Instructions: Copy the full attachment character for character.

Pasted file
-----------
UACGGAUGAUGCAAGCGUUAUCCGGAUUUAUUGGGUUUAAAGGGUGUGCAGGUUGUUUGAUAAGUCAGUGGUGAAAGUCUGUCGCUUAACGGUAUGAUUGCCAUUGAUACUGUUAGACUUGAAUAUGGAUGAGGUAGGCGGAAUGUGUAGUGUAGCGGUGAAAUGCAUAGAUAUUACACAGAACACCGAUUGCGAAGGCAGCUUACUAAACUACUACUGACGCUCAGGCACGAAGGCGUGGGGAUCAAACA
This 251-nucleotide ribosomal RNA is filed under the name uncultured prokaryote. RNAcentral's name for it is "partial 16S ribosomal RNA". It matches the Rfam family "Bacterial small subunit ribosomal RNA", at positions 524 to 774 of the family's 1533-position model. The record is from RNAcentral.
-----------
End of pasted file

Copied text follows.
UACGGAUGAUGCAAGCGUUAUCCGGAUUUAUUGGGUUUAAAGGGUGUGCAGGUUGUUUGAUAAGUCAGUGGUGAAAGUCUGUCGCUUAACGGUAUGAUUGCCAUUGAUACUGUUAGACUUGAAUAUGGAUGAGGUAGGCGGAAUGUGUAGUGUAGCGGUGAAAUGCAUAGAUAUUACACAGAACACCGAUUGCGAAGGCAGCUUACUAAACUACUACUGACGCUCAGGCACGAAGGCGUGGGGAUCAAACA
This 251-nucleotide ribosomal RNA is filed under the name uncultured prokaryote. RNAcentral's name for it is "partial 16S ribosomal RNA". It matches the Rfam family "Bacterial small subunit ribosomal RNA", at positions 524 to 774 of the family's 1533-position model. The record is from RNAcentral.